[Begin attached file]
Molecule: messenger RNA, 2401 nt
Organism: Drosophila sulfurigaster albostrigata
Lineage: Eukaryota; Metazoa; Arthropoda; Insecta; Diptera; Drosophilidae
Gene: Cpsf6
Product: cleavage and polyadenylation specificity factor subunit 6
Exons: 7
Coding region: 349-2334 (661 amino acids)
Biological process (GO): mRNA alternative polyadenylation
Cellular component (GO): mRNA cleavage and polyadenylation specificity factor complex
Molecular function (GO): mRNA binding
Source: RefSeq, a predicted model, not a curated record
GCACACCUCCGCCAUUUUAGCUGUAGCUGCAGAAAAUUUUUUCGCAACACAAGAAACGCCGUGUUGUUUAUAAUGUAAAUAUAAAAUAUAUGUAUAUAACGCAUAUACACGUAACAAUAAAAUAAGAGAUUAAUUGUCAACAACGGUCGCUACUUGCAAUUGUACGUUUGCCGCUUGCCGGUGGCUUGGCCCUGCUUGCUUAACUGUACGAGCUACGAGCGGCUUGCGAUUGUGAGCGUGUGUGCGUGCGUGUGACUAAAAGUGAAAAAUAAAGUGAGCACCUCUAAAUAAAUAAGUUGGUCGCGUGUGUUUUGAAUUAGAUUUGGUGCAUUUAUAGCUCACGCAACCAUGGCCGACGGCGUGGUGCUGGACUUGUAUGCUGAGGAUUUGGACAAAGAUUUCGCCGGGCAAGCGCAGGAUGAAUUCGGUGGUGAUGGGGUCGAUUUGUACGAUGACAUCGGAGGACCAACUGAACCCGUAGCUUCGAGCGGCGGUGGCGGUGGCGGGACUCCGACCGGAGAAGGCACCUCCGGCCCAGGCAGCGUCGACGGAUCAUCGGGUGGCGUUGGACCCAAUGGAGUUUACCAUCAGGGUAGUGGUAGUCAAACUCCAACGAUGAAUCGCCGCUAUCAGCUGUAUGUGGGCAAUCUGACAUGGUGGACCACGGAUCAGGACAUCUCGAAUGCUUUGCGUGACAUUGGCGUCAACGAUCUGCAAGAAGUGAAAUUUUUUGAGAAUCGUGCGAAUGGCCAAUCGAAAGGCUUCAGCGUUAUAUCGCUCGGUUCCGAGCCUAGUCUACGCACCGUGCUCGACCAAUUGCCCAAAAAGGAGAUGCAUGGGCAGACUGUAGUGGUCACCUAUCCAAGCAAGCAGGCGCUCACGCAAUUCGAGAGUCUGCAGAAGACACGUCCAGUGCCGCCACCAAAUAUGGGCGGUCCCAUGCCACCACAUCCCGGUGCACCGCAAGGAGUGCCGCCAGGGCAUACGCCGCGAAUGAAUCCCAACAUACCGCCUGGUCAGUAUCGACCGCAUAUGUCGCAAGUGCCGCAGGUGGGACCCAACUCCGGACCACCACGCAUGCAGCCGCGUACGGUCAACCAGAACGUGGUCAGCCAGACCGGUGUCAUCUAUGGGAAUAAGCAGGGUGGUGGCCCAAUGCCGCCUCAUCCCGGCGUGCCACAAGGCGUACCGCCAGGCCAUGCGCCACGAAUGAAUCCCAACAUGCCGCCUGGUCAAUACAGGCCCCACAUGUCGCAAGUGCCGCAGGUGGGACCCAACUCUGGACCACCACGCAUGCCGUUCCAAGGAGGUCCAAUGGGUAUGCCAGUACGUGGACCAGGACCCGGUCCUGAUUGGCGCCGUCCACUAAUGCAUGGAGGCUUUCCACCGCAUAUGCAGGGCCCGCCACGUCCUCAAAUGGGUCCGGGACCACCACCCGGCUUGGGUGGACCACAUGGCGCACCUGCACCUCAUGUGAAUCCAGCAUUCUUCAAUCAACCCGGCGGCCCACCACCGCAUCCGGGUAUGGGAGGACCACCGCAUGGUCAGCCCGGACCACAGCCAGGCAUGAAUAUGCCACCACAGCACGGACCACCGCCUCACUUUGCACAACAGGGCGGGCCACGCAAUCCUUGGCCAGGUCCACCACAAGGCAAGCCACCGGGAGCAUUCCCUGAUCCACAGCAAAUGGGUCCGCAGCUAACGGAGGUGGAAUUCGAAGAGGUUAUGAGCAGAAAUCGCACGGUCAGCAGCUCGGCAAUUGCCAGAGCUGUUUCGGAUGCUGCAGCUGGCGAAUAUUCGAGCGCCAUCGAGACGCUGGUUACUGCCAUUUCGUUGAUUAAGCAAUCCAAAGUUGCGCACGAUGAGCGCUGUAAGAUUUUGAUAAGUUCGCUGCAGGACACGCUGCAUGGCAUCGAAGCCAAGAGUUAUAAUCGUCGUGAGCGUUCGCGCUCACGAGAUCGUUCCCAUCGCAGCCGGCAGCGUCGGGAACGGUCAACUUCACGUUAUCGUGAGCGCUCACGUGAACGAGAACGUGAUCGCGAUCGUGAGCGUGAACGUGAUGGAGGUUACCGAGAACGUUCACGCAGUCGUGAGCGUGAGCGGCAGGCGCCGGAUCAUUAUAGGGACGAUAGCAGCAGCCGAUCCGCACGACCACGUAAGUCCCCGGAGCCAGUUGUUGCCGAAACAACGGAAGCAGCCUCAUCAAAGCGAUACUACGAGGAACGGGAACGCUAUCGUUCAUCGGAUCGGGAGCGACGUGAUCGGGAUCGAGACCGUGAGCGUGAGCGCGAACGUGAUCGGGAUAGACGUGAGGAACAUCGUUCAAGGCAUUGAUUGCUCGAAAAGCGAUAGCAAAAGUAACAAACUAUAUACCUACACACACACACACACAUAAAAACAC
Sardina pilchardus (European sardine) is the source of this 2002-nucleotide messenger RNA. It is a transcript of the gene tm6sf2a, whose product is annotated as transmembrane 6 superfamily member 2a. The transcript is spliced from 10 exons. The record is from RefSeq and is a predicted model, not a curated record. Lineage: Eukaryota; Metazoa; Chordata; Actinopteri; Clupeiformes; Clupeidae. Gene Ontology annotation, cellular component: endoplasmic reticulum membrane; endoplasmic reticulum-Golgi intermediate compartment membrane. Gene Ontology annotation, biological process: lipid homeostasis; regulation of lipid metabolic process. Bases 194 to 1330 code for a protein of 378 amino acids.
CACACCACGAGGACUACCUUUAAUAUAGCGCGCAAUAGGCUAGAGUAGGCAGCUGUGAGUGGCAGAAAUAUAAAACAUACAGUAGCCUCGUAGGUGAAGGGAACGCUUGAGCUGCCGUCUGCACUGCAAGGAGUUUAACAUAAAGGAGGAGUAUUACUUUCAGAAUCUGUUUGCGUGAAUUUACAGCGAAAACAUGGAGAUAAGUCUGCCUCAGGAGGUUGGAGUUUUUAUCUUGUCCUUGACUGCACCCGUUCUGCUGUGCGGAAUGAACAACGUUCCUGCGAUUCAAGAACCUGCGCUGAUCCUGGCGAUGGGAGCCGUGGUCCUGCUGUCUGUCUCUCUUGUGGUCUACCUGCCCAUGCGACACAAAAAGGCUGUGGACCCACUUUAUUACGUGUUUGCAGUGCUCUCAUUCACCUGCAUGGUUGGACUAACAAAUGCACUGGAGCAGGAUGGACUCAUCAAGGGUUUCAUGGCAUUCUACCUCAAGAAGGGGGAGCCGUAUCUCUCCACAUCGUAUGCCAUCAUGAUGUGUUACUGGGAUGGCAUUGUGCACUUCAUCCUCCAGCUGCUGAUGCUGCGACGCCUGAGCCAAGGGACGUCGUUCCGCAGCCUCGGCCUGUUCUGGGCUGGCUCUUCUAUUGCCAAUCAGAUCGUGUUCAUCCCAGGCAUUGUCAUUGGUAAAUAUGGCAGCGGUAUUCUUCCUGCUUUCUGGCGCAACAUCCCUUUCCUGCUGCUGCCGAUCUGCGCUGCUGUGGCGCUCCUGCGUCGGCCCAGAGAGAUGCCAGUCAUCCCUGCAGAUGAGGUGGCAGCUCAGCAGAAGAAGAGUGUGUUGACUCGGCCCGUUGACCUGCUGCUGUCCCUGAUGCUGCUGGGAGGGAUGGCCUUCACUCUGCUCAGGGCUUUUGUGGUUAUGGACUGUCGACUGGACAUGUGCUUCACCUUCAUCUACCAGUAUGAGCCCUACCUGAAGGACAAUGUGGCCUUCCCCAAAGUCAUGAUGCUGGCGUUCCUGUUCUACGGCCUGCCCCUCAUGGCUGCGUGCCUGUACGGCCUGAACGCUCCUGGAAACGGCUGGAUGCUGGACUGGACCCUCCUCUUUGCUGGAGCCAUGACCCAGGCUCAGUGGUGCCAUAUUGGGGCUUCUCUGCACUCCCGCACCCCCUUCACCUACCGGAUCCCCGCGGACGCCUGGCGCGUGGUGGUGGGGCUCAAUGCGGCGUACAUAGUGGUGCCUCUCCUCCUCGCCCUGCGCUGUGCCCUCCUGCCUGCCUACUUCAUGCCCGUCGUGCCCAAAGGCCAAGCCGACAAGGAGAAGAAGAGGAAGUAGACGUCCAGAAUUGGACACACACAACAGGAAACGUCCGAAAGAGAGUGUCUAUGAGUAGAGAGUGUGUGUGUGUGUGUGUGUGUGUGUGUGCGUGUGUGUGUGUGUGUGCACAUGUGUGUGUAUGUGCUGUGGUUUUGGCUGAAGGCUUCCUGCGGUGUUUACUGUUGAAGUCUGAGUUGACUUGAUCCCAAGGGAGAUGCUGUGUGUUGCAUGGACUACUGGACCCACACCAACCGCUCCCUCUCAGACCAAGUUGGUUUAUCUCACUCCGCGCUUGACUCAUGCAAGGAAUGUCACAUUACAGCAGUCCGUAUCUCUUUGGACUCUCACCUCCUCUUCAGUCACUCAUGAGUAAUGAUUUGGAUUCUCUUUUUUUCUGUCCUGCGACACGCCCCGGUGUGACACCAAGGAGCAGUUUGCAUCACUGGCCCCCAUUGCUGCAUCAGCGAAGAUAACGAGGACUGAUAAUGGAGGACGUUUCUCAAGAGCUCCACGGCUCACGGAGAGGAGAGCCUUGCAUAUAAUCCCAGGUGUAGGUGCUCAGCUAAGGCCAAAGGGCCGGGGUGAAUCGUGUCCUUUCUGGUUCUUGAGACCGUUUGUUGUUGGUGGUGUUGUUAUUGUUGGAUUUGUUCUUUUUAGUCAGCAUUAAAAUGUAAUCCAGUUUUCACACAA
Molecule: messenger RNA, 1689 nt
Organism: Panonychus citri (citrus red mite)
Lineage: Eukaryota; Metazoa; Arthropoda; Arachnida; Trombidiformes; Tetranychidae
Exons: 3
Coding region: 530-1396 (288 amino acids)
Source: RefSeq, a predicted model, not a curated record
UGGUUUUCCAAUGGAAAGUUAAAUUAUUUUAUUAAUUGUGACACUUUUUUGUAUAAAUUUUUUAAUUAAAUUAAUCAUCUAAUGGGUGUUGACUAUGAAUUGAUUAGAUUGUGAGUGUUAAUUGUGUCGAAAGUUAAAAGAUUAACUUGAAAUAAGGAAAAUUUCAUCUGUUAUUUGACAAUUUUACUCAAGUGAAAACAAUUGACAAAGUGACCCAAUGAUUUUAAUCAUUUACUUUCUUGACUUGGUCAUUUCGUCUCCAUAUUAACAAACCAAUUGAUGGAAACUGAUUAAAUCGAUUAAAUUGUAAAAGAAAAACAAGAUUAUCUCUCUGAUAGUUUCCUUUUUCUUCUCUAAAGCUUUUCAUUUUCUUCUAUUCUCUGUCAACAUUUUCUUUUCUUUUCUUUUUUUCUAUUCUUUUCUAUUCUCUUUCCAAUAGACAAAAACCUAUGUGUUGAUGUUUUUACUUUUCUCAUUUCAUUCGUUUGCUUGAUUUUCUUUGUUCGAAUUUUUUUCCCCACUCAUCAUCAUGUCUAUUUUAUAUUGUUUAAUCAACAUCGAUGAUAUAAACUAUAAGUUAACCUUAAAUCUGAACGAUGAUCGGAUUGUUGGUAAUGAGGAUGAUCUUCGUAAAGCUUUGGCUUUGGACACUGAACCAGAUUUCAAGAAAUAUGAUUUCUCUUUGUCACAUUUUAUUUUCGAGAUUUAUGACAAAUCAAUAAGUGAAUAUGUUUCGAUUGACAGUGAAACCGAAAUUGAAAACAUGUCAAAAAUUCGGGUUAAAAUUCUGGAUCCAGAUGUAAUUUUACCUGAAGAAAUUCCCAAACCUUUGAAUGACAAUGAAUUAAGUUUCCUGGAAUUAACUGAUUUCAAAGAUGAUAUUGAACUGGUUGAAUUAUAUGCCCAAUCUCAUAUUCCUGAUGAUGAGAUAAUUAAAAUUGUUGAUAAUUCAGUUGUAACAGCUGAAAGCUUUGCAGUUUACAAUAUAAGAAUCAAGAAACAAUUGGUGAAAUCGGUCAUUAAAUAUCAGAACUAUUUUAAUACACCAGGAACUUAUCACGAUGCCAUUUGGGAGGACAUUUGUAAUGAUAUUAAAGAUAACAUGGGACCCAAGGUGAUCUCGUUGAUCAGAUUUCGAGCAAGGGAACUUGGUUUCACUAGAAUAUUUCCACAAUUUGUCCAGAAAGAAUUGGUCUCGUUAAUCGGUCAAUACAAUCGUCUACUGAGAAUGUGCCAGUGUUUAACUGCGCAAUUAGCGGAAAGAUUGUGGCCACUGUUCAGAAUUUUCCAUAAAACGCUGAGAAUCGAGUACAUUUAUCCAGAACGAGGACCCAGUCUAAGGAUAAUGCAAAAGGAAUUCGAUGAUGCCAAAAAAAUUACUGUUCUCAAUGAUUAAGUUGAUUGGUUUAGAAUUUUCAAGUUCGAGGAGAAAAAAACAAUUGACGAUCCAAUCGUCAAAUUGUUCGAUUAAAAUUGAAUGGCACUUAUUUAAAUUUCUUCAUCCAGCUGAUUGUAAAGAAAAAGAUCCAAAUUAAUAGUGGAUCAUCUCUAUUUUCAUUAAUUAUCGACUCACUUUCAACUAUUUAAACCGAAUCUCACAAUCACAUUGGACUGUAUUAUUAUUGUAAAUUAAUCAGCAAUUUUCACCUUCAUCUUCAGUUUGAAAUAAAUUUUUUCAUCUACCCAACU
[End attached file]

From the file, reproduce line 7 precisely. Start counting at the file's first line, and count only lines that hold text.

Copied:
Coding region: 349-2334 (661 amino acids)